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I am a non EU PhD Student in Germany in Global Studies. I am now in my 8th year of a PhD program, which is quite dysfunctional. However, with a lot of difficulty, I am about to complete the PhD and hand it in. I am looking at post doctoral opportunities but am worried that the long time I took to complete the PhD would affect me negatively. I have published quite widely, presented work at international conferences, and am in my late 40s now. I began my career as an academic (masters in 2008) after a long career as a journalist.

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  • Does it affect postdoc career prospects? Certainly, yes. Is it the only factor? Certainly no. Is it an important factor? Most likely no. Commented Jan 16, 2018 at 13:23
  • If you have a good working relationship with your advisor, you should have a frank conversation with them about how they view this issue, how it will affect their letters of support for you, and so on. (If you do not have a good relationship, that may be a bigger issue to face than the length of your PhD.)
    – Spiny
    Commented Jan 16, 2018 at 14:02

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The fact that you took 8 years for your PhD, the fact that you barely managed to finish it and also the fact that you are in your late 40s influence your chances of getting a post doc.
However, from the given information alone, it is not possible to tell how strongly.
If we assume about 5 years of study for bachelor/master/other and 8 years for PhD, there are still 15-20 years missing here to get you in your late 40s. What you did in this time might play an important role on your job search. Furthermore, it is important if you just wrote down something that was barely accepted as a PhD thesis, or if you took 8 years to work everything out properly and write the perfect thesis. I think the quality of your thesis will play a bigger role than the time you needed to finish it.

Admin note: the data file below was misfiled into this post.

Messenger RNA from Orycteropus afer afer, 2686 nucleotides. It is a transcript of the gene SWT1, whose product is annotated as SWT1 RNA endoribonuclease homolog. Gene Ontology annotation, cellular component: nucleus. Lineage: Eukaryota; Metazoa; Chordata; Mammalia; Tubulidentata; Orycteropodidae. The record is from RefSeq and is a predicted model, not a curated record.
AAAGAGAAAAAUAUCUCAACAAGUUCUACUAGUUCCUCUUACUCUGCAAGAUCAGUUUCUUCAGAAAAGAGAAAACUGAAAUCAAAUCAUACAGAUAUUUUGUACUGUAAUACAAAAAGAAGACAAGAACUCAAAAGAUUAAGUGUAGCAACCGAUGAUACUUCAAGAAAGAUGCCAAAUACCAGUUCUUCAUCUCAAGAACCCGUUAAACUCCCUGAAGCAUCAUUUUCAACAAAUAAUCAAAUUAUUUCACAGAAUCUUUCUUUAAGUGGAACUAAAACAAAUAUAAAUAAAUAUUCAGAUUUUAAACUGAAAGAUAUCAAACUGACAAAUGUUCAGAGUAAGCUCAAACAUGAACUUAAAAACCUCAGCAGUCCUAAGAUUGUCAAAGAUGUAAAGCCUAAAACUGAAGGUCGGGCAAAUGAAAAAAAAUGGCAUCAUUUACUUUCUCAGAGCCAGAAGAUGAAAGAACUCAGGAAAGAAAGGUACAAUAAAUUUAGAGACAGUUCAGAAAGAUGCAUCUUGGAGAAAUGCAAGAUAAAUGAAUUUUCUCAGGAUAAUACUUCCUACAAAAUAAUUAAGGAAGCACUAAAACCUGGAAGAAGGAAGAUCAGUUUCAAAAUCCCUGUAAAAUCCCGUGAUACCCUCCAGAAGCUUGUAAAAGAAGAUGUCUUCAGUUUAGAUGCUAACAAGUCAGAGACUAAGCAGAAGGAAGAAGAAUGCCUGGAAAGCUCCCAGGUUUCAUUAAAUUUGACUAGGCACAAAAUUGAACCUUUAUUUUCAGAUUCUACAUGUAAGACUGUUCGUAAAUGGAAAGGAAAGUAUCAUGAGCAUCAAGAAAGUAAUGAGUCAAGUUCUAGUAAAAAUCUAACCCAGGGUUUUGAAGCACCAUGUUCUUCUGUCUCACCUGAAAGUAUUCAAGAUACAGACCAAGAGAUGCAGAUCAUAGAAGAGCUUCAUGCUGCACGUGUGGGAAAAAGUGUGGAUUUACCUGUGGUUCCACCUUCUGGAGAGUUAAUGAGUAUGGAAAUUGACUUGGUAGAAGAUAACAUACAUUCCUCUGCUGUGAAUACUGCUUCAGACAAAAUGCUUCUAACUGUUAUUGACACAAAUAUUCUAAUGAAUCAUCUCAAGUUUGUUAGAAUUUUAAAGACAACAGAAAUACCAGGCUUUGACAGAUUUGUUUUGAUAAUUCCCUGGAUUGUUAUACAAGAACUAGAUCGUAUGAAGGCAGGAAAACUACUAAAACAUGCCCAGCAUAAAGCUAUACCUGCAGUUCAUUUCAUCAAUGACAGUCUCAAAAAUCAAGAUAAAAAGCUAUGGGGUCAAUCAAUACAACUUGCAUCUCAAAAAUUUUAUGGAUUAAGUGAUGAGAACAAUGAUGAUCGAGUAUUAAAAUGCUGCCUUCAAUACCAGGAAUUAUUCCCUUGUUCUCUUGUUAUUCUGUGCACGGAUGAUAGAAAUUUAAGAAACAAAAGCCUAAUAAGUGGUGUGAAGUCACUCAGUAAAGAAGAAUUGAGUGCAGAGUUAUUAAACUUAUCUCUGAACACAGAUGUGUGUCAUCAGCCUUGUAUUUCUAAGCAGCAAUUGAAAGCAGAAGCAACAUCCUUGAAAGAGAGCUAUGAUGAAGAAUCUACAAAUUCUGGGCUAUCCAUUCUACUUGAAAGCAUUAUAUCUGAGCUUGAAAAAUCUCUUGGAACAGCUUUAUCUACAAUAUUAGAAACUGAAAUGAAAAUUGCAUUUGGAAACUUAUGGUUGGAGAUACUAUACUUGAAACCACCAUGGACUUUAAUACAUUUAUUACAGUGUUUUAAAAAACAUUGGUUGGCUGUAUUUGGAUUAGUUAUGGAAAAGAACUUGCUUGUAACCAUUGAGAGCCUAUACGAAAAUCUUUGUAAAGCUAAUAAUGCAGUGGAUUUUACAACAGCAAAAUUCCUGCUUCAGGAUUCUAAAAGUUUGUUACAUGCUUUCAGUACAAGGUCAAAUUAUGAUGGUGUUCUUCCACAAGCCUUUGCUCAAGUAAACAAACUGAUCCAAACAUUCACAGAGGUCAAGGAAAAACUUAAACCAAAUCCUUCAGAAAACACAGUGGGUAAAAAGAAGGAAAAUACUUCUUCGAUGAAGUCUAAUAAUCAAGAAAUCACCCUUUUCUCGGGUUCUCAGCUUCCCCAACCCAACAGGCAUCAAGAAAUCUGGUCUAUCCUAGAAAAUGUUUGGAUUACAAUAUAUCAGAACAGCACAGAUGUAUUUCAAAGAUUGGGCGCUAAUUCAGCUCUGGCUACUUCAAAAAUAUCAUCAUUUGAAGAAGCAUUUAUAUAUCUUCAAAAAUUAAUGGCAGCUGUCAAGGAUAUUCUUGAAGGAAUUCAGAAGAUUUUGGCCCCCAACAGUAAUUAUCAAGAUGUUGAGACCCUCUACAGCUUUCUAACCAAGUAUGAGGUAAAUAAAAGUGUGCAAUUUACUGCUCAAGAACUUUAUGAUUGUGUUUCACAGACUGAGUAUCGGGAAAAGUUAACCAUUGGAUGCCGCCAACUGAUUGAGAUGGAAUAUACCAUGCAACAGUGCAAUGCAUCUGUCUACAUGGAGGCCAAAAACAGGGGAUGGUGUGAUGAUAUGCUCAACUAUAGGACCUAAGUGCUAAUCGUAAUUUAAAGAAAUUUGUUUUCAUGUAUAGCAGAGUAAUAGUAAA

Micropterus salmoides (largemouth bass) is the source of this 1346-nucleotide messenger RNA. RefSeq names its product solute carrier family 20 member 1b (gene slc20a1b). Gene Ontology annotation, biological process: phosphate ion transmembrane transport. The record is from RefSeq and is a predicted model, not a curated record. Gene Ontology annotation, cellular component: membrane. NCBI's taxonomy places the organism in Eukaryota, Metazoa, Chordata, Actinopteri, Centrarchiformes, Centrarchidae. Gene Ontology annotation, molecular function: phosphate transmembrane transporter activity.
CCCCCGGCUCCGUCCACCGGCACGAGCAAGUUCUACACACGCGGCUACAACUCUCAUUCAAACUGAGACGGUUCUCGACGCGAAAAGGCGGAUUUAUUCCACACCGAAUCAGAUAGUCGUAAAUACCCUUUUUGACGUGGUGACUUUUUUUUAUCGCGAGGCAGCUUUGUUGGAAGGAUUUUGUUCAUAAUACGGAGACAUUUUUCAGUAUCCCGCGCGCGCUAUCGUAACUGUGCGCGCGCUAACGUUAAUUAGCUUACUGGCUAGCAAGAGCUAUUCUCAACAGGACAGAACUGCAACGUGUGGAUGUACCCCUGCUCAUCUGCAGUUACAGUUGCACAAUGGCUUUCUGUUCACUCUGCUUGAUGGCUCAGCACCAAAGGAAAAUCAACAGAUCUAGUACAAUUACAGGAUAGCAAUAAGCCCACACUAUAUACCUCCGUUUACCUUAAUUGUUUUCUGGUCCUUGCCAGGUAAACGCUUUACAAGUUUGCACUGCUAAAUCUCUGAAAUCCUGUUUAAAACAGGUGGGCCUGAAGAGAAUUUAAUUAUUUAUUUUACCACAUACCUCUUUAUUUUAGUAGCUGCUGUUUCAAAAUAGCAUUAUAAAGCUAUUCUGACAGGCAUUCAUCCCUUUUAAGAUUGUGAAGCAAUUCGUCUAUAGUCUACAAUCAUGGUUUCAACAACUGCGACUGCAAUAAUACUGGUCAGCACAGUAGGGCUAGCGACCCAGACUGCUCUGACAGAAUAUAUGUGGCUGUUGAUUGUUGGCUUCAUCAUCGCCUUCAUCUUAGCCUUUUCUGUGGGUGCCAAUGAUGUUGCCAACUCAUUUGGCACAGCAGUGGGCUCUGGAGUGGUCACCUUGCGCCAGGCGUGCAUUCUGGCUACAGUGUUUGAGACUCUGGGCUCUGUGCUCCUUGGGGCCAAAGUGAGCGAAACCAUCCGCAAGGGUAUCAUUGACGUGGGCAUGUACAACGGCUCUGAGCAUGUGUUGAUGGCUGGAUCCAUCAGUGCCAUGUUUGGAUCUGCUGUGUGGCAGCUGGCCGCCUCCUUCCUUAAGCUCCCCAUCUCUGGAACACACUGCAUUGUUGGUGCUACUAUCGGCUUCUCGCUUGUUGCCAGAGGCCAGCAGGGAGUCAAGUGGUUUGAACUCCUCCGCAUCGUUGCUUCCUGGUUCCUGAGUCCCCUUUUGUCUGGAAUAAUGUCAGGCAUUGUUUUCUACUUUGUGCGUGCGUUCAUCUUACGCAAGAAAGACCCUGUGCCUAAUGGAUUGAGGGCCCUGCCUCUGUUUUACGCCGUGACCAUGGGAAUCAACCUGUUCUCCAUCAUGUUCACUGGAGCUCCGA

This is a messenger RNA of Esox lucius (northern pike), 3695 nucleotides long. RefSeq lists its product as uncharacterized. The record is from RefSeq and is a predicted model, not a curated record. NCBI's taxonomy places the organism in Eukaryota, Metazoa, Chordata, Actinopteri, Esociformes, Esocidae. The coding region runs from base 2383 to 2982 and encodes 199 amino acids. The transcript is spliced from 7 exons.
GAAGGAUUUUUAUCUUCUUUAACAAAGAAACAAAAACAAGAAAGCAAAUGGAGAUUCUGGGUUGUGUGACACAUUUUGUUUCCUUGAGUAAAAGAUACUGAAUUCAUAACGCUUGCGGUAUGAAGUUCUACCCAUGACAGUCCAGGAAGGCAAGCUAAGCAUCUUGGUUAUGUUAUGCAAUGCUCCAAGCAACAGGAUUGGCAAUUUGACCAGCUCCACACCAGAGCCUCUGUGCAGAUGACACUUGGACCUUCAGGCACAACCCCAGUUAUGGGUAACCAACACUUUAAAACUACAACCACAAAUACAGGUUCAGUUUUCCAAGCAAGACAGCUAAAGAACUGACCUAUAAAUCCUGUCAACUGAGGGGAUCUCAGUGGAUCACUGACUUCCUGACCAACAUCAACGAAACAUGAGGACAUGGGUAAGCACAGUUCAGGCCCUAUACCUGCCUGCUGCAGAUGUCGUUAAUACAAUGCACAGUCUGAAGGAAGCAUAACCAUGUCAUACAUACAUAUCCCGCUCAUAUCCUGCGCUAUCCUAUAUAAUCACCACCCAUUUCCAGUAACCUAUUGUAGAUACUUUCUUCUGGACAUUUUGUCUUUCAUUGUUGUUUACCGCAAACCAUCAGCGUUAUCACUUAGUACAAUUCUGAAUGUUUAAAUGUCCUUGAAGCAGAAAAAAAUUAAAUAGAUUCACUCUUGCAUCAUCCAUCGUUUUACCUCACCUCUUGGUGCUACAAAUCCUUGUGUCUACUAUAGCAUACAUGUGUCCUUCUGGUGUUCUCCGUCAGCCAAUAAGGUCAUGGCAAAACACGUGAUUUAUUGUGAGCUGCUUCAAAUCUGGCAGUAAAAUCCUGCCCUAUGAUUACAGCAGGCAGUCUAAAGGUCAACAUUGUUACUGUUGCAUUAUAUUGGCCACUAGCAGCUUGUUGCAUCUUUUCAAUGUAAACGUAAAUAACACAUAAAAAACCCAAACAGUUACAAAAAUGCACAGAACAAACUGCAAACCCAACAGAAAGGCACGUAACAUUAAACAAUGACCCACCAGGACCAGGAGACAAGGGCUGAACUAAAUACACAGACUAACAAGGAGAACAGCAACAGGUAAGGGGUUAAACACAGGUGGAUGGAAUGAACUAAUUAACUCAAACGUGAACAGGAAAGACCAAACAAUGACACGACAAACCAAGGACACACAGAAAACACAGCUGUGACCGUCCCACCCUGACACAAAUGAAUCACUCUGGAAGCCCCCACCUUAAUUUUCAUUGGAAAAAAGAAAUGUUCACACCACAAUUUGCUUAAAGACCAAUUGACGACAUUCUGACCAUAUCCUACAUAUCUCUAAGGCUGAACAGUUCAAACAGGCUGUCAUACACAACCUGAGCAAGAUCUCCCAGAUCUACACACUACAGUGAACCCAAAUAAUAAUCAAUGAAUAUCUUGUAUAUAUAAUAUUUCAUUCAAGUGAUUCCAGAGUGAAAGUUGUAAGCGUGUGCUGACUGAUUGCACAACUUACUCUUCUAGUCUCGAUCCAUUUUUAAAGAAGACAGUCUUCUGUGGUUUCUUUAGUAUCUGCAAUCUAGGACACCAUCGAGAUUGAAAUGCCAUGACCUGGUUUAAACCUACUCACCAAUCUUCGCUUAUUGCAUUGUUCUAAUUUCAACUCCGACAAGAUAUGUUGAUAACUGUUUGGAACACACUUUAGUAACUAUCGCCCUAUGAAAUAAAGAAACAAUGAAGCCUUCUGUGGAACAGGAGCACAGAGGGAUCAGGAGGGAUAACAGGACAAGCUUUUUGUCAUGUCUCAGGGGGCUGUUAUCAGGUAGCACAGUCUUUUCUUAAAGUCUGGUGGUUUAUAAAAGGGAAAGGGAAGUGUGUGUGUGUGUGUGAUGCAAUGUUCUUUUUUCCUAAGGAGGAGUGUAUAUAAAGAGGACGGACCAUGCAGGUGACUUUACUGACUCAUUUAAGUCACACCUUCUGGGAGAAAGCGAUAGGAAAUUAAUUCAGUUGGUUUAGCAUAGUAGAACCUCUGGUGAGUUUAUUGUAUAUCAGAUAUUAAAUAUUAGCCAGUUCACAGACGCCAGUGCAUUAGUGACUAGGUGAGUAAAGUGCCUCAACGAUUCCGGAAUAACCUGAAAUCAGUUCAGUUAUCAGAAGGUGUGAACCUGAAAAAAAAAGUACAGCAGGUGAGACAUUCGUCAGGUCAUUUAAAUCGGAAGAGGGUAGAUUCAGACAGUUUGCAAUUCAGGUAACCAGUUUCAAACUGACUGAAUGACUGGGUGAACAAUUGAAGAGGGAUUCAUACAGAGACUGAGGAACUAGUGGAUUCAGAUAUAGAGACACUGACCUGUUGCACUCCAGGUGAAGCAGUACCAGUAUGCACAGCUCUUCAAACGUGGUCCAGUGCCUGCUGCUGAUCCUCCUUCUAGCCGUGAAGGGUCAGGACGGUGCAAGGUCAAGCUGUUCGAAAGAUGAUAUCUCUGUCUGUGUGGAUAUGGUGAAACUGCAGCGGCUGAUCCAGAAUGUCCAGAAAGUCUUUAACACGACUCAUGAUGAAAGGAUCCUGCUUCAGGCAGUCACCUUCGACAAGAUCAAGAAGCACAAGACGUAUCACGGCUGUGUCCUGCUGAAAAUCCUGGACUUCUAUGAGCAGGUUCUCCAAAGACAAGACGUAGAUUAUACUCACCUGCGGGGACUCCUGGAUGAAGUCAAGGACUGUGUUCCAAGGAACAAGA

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In Germany you can by law only be employed for 12 years as a PhD-student / PostDoc. So this leaves only 4 years to either land a professorship or move from one third party funded project to the next. Also a professorship typically means "verbeamtung" which gets harder the older you get.

The academic market in Germany is very unforgiving and you have to be careful not to end up in an impossible position where you are basically kicked out of academia, but at the same time have been in academia too long to be attractive outside academia.

I am not saying you shouldn't pursue your dreams. I am certainly not saying that the current situation in Germany is right (it is not). But I am telling you to be careful, and to at least have a plan B ready and not wait too long to activate that plan B.

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  • I was not employed throughout. My funding ended in 2012. After that, I have been just a registered student. Does that count?
    – user78397
    Commented Jan 16, 2018 at 14:00
  • Hi, I was employed only till 2012. Since then I have funded myself through odd jobs etc. No academic position after 2014, but 2012 to 2014 was in the English department teaching English.
    – user78397
    Commented Jan 16, 2018 at 14:02
  • That depends on so many details, that is hard to say. You need to talk to the personal department at your university, to start figuring out exactly how much time you still got and what your options are. Commented Jan 16, 2018 at 14:20
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    "In Germany you can by law only be employed for 12 years as a PhD-student / PostDoc." This statement as it is now is wrong. In Germany you can be employed at a university and similar for max. 6 years from direct state funding without a qualification change. PhD is a qualification change, habilitation is a qualification change, sort of (ask your department). Being funded from other governmental or private agencies does not count. Having children amends the deadline. I am quite sure that getting a PhD abroad does not count. Commented Jan 16, 2018 at 16:34
  • Thank you Oleg. From 2008 to 2010 I had a grant, which I think does not count towards the limit. Then I was employed from 2010 to 2012. Then taught English at the University in a different department from 2012 to 2014. So is it four years of the 12 that I have used?
    – user78397
    Commented Jan 16, 2018 at 22:03

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